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Dietary Protein Requirements on Unbalanced Diets

This study has been completed.
Sponsor:
ClinicalTrials.gov Identifier:
NCT01320189
First Posted: March 22, 2011
Last Update Posted: July 11, 2013
The safety and scientific validity of this study is the responsibility of the study sponsor and investigators. Listing a study does not mean it has been evaluated by the U.S. Federal Government. Read our disclaimer for details.
Information provided by (Responsible Party):
Eveline Martens, Maastricht University Medical Center
  Purpose
The objective of this study is to determine ad libitum daily energy and protein intake, energy balance and appetite profile in response to protein/carbohydrate and fat ratio over 12 consecutive days, also as a function of age, gender, BMI and FTO polymorphisms.

Condition Intervention
Obesity Overweight Dietary Supplement: Differences in protein content of meals

Study Type: Interventional
Study Design: Allocation: Randomized
Intervention Model: Crossover Assignment
Masking: Double (Participant, Investigator)
Primary Purpose: Treatment
Official Title: Dietary Protein Requirements and Caloric Over-consumption on Unbalanced Diets

Resource links provided by NLM:


Further study details as provided by Eveline Martens, Maastricht University Medical Center:

Primary Outcome Measures:
  • energy intake [ Time Frame: 12 consecutive days ]
  • protein intake [ Time Frame: 12 consecutive days ]
  • energy balance [ Time Frame: 12 consecutive days ]
  • appetite profile [ Time Frame: 12 consecutive days ]

Enrollment: 81
Study Start Date: May 2011
Study Completion Date: April 2012
Primary Completion Date: February 2012 (Final data collection date for primary outcome measure)
Arms Assigned Interventions
Experimental: Protein intake of 5 energy percent Dietary Supplement: Differences in protein content of meals
Differences in protein content (energy percent) of meals
Experimental: Protein intake of 15 energy percent Dietary Supplement: Differences in protein content of meals
Differences in protein content (energy percent) of meals
Experimental: Protein intake of 30 energy percent Dietary Supplement: Differences in protein content of meals
Differences in protein content (energy percent) of meals

Detailed Description:
Following the protein leverage hypothesis, energy intake may be a derivative of protein intake. Therefore, in response to an unbalanced menu relative to the usual daily intake target, protein intake should be prioritized. Individuals may over-consume carbohydrate and fat of a menu containing a lower ratio of protein to carbohydrate and fat until the daily intake target amount of protein is ingested, and not the target of total energy intake because of a deficit of protein intake. In contrast, individuals may under-consume energy when the menu has an increased protein to carbohydrate and fat ratio. The protein leverage hypothesis requires evidence for why protein intake is more important than carbohydrate or fat in relation to food intake regulation.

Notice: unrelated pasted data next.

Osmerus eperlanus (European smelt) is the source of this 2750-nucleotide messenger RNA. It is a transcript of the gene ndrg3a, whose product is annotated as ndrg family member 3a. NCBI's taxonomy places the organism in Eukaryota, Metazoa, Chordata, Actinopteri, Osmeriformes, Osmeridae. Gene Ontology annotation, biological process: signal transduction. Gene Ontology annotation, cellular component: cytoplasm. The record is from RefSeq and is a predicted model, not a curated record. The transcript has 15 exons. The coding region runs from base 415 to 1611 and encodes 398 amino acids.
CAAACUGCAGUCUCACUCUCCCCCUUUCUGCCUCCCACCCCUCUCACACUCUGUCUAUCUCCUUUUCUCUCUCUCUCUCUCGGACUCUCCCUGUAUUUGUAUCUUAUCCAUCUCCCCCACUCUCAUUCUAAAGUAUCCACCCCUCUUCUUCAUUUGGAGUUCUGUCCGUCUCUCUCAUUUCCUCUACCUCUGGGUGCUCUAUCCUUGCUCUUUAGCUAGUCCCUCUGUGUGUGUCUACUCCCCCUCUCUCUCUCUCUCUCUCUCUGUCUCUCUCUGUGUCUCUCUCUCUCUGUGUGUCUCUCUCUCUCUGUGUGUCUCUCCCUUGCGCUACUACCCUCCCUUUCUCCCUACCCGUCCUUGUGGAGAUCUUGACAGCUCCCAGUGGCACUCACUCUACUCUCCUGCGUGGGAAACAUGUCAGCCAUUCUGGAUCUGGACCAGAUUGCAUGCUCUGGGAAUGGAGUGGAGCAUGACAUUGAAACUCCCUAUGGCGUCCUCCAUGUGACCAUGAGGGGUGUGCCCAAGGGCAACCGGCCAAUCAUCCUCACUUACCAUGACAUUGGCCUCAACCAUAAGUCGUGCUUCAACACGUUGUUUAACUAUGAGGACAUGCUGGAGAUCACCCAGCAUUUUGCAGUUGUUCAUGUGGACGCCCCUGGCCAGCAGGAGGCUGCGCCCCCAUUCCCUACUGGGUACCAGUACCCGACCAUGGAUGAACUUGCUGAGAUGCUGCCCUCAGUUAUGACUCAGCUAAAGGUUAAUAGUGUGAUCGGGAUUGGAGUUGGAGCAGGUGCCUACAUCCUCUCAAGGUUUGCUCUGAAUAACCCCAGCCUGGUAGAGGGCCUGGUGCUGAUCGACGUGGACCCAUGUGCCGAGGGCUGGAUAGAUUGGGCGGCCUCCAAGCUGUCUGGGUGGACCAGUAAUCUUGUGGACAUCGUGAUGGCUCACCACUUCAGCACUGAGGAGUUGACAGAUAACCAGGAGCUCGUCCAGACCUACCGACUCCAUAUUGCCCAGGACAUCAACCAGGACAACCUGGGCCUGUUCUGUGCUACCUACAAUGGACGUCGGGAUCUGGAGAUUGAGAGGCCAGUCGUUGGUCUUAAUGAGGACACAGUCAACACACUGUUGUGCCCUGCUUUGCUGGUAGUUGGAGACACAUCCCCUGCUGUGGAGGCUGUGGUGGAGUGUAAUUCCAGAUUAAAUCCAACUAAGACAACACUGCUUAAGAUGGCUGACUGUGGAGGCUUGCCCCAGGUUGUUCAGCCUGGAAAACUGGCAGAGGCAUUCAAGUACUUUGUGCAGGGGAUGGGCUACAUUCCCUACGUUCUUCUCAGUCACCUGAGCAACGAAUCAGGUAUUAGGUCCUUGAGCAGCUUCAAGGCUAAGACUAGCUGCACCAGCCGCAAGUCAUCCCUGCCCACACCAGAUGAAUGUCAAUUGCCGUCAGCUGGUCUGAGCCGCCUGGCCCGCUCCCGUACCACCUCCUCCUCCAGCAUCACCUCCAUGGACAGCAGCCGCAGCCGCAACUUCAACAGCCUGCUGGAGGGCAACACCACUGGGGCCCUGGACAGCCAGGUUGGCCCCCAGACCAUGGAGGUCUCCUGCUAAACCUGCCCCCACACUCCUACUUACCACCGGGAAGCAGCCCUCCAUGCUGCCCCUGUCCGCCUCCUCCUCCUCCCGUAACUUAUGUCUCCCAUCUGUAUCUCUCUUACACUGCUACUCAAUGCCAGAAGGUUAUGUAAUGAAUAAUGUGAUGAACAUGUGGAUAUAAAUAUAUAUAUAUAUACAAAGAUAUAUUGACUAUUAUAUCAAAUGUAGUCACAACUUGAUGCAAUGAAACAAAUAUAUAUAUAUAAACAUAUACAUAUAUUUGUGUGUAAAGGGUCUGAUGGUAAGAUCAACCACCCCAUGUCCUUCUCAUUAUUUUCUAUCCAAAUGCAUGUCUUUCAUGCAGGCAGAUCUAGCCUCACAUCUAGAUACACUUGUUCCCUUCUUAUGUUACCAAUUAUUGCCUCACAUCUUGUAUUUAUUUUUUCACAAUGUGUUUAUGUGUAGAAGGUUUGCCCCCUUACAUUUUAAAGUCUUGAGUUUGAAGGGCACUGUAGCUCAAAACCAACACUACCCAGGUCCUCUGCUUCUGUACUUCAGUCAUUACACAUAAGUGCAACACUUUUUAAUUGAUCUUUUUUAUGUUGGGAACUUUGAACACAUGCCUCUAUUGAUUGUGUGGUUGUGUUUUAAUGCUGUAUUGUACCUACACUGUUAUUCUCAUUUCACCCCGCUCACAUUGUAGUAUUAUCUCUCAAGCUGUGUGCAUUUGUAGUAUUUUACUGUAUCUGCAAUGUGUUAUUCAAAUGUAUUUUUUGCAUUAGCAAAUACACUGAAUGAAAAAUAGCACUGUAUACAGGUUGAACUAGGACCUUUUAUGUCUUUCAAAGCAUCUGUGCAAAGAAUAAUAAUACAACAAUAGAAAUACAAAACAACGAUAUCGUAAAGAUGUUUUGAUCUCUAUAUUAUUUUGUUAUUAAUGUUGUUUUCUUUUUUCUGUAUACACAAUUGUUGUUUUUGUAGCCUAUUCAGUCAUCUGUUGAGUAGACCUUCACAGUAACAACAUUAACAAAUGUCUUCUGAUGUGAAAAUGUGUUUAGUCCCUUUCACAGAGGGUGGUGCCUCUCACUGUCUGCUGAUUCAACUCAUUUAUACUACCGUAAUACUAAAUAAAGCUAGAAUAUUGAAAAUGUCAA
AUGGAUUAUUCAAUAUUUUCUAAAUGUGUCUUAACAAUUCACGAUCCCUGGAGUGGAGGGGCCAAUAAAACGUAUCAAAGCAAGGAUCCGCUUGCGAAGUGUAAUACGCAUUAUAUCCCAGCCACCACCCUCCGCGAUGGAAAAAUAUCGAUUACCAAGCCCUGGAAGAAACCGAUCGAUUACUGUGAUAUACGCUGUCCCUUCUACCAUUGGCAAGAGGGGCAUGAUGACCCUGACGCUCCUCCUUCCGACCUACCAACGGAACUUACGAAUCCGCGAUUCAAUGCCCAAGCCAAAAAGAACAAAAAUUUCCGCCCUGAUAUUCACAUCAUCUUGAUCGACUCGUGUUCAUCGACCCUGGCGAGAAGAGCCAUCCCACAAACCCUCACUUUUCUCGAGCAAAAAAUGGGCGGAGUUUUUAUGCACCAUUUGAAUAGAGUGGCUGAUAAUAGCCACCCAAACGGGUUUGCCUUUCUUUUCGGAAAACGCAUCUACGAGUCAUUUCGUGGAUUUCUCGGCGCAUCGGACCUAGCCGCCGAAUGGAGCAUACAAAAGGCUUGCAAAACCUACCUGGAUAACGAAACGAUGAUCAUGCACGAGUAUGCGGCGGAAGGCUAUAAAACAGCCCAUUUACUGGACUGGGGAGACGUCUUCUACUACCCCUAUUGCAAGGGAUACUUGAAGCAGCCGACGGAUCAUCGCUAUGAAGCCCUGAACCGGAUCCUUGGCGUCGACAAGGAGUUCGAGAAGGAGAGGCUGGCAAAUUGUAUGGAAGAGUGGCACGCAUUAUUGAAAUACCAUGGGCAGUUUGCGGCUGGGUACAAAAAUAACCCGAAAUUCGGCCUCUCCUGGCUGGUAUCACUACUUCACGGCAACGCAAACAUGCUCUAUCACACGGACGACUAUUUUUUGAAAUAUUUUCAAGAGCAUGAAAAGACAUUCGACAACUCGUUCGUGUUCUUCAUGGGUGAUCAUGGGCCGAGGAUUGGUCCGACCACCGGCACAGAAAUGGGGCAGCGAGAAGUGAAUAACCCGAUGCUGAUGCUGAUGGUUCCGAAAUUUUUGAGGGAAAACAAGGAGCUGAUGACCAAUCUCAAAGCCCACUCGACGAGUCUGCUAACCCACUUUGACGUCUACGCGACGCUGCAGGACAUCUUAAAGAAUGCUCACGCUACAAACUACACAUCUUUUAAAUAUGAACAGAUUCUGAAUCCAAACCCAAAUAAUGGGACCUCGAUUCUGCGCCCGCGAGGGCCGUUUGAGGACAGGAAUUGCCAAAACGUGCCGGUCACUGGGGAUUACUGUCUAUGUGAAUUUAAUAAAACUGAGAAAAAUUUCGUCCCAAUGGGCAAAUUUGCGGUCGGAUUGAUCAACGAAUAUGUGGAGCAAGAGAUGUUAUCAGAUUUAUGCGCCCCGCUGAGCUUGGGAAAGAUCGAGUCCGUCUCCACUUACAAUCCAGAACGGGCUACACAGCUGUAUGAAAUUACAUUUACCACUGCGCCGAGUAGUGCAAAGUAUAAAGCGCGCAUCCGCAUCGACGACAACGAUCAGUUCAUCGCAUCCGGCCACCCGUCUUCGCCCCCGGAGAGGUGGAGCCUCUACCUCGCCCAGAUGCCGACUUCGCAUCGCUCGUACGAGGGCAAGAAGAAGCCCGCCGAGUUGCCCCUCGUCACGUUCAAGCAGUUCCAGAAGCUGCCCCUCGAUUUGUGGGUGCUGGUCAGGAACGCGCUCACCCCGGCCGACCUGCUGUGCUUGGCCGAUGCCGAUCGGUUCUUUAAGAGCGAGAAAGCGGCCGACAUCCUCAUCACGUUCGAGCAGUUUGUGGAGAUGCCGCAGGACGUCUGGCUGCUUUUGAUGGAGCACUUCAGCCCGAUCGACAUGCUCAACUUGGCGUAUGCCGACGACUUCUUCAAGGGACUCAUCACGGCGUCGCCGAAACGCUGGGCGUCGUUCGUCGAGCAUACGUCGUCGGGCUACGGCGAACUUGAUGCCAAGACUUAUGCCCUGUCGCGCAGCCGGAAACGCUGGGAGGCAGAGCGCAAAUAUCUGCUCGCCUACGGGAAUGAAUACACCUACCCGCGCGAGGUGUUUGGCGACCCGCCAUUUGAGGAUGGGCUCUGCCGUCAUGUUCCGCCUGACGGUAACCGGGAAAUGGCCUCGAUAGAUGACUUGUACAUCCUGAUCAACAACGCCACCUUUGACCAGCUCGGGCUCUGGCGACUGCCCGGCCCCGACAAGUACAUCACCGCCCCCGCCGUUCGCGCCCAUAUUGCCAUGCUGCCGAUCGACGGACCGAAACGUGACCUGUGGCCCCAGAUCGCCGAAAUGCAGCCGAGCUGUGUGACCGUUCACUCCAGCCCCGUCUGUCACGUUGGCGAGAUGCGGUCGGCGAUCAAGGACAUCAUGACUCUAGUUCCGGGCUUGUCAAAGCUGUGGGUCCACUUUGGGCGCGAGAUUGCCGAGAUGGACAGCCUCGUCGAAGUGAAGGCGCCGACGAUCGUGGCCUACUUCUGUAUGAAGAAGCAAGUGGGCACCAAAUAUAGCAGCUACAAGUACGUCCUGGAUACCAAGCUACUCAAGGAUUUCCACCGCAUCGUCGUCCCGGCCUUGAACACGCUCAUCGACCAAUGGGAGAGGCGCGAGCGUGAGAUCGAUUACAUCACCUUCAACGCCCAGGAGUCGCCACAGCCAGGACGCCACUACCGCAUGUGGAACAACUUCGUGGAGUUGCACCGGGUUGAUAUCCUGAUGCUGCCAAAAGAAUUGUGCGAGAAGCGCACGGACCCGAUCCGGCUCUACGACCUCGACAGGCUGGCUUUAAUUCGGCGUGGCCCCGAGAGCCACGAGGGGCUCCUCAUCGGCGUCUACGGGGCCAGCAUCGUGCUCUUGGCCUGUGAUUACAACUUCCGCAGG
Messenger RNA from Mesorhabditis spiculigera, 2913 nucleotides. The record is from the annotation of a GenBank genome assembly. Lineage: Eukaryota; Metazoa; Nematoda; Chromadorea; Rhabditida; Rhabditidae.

Eligibility

Information from the National Library of Medicine

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Ages Eligible for Study:   18 Years to 70 Years   (Adult, Senior)
Sexes Eligible for Study:   All
Accepts Healthy Volunteers:   Yes
Criteria

Inclusion Criteria:

  • BMI 18-35 kg/m2
  • age between 18-70 years
  • healthy
  • non-smoking
  • not using a more than moderate amount of alcohol (> 10 consumptions/wk)
  • weight stable (weight change < 3 kg during the last 6 months)
  • not using medication or supplements except for oral contraceptives in women

Exclusion Criteria:

  • not healthy
  • smoking
  • using a more than moderate amount of alcohol
  • not being weight stable
  • using medication or supplements except for oral contraceptives in women
  • do not meet the criteria for BMI and age
  • pregnant or lactating
  • allergic for the used food items
  Contacts and Locations
Information from the National Library of Medicine

To learn more about this study, you or your doctor may contact the study research staff using the contact information provided by the sponsor.

Please refer to this study by its ClinicalTrials.gov identifier (NCT number): NCT01320189


Locations
Netherlands
Maastricht University, Department of Human Biology, Nutrition and Toxicology Research Institute Maastricht (NUTRIM)
Maastricht, Netherlands, 6200 MD
Sponsors and Collaborators
Maastricht University Medical Center
Investigators
Principal Investigator: Margriet S. Westerterp-Plantenga, Prof. dr. Maastricht University
  More Information

Publications:
Publications automatically indexed to this study by ClinicalTrials.gov Identifier (NCT Number):
Responsible Party: Eveline Martens, PhD, Maastricht University Medical Center
ClinicalTrials.gov Identifier: NCT01320189     History of Changes
Other Study ID Numbers: NL36167
First Submitted: March 16, 2011
First Posted: March 22, 2011
Last Update Posted: July 11, 2013
Last Verified: July 2013

Keywords provided by Eveline Martens, Maastricht University Medical Center:
Energy intake
Protein requirement
Satiety
Protein leverage hypothesis

Additional relevant MeSH terms:
Overweight
Body Weight
Signs and Symptoms